The complete oeuvre of Ray and Charles Eames is awaiting your perusal in California.
The Eames Institute of Infinite Curiosity just opened a new headquarters in the Bay Area in which it will display its vast design collection to the public for the first time.
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Launched in March 2022, the nonprofit aims to spotlight the design duo’s legacy via installations, digital media, and printed publications. It has held nine online exhibitions to date, but the new guided tours will allow design buffs to see the Eames Archives up close in person.
“It’s such a pleasure to expand the reach of the Eames Institute and further share the collection with even more people,” Llisa Demetrios, chief curator and granddaughter of Ray and Charles, said in a statement.
Located in Richmond, California, the newly refurbished space sees the Institute’s vast collection under one roof for the first time. (It holds more than 40,000 artifacts that run the gamut from products and tools to personal ephemera.) Most of the prized pieces came from the Eames Office at 901 Washington Boulevard in Venice, California. (The couple began working out of the Strathmore Apartments in the Westwood neighborhood of Los Angeles before moving the office to “901” in 1943.)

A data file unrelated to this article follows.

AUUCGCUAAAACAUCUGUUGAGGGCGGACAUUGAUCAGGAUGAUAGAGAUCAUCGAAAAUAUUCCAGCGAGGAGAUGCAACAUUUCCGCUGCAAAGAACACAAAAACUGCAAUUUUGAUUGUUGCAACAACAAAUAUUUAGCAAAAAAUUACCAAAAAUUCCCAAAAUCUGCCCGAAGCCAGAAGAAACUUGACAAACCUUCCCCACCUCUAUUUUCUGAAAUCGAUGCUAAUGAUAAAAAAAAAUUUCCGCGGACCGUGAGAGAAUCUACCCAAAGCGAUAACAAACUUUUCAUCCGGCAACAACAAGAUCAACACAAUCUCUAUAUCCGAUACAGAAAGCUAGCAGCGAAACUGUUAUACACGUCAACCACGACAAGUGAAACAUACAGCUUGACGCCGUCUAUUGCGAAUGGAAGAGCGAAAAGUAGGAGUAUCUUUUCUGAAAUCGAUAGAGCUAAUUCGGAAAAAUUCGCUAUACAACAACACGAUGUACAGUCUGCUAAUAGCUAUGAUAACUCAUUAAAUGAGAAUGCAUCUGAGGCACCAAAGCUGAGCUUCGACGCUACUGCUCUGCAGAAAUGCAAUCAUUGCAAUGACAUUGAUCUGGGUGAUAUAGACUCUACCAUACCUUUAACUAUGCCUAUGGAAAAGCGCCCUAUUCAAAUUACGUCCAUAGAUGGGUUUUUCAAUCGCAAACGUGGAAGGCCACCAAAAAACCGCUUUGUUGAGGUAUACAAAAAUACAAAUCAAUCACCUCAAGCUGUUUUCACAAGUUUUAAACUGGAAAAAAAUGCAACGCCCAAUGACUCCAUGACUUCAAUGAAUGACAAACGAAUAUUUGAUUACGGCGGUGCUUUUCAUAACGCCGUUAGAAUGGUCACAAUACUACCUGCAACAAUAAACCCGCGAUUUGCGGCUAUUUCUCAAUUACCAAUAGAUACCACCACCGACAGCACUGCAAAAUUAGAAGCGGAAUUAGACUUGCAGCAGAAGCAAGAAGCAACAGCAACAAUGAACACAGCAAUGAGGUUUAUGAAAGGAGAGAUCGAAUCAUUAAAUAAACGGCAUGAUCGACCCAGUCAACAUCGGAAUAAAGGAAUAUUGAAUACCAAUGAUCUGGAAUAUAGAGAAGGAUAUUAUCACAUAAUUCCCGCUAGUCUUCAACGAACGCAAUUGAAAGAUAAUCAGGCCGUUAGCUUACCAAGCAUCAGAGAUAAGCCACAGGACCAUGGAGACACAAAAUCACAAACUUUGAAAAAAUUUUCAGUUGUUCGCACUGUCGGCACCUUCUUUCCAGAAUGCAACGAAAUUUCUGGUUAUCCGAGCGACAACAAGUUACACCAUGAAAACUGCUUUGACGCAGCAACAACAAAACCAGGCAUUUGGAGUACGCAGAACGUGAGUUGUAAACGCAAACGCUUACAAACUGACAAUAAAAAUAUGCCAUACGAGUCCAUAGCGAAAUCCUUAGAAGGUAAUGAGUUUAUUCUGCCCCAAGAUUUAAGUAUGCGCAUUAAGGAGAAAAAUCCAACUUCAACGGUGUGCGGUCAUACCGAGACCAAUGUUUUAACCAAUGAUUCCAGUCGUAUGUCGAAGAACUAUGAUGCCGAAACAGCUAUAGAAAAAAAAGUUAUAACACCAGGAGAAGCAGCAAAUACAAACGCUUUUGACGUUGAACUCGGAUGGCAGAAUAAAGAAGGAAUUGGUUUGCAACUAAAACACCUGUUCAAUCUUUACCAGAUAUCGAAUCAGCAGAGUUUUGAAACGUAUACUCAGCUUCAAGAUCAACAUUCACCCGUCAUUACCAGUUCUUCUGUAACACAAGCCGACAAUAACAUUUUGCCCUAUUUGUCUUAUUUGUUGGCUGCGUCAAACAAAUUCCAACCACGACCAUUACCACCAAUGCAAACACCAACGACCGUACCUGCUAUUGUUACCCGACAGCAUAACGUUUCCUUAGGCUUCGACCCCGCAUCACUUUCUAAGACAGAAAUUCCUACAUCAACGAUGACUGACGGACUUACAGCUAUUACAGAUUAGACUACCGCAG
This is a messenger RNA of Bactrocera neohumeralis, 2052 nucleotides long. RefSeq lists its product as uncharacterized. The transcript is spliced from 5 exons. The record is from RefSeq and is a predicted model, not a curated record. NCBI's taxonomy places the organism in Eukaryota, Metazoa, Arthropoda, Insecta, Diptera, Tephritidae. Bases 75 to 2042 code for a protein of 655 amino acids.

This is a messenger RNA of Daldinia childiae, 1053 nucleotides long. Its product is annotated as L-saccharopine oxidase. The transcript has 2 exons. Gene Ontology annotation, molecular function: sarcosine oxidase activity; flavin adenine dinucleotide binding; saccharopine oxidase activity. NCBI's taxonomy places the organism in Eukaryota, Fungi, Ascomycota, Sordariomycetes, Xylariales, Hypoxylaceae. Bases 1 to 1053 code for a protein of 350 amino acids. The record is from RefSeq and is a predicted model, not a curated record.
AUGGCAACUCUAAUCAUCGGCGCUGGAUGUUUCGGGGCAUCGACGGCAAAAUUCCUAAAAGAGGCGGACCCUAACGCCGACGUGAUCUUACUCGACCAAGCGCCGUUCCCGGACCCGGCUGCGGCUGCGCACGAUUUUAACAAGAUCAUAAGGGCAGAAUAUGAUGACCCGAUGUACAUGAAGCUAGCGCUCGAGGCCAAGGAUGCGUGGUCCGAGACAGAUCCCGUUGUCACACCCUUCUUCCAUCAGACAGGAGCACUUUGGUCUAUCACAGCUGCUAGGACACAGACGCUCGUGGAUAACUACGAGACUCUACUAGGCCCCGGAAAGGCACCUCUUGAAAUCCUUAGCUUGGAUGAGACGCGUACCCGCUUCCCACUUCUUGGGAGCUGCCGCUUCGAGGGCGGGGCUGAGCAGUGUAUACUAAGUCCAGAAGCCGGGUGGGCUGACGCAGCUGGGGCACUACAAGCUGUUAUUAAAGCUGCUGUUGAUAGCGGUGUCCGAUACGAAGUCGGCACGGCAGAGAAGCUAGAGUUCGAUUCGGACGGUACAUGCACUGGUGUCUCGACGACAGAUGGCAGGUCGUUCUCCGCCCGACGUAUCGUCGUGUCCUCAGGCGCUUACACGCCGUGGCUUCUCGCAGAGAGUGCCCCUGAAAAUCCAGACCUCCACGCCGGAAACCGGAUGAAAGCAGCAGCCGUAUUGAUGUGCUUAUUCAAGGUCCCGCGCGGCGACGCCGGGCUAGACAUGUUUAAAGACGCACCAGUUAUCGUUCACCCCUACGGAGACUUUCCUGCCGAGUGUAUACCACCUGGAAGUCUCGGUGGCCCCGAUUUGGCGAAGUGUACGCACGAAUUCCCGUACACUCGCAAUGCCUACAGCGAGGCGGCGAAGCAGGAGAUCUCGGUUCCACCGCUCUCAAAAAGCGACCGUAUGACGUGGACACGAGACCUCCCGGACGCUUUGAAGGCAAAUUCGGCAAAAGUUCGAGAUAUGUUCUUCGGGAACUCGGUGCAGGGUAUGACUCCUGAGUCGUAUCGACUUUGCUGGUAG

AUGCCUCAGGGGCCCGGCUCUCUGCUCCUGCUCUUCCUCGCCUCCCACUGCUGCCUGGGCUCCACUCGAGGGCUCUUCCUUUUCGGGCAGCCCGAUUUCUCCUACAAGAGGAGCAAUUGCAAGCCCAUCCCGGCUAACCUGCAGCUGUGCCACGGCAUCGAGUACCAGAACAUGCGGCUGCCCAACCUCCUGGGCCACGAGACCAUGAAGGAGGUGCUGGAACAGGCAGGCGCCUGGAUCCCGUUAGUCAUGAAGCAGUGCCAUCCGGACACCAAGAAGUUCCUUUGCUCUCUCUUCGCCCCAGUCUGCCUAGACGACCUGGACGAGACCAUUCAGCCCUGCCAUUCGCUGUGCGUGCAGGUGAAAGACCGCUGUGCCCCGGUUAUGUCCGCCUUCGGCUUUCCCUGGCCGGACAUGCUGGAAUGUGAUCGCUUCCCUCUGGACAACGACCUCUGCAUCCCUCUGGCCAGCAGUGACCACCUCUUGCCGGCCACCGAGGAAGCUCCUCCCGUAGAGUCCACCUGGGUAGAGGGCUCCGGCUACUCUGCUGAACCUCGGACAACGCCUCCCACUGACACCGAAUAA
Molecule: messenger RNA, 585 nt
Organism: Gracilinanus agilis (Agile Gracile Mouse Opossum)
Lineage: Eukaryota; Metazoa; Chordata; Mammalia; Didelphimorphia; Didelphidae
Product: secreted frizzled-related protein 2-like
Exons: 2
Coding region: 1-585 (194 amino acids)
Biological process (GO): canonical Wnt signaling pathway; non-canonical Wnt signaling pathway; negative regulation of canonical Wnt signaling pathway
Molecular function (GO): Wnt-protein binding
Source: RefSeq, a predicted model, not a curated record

Led by Demetrios herself, the ticketed tour will offer insight into the industrial designers’ practice, with both mass-produced furniture and unique one-of-a-kind prototypes on display in the Richmond location. It will also provide an in-depth look at the couple’s lives, showcasing beloved personal items and private correspondence.
“The Eames Archives is so special to me because it holds the things my grandparents loved and cherished—it’s an absolute joy to finally be able to share these pieces in this way,” adds Demetrios.
Highlights include an airplane stabilizer from 1943 that Eameses developed for the U.S. Navy, a large-scale molded plywood sculpture, and a fake diploma artist Saul Steinberg created for Charles. (He studied architecture but never completed his degree.) Another standout is a prototype seat that was made using the Kazam! Machine. Built by the couple, this large wooden device used an inflatable rubber pouch to mold plywood into complex compound curves.
At the end of each tour, visitors can head to the gift shop to buy books, vintage items, and design objects inspired by the collection.
Kicking off on February 14, the tours will take place on Wednesdays, Thursdays, and Fridays. Priced at $85 a pop, tickets can be purchased through the Eames Institute’s website.
Click here to see all the photos of the headquarters and collection.
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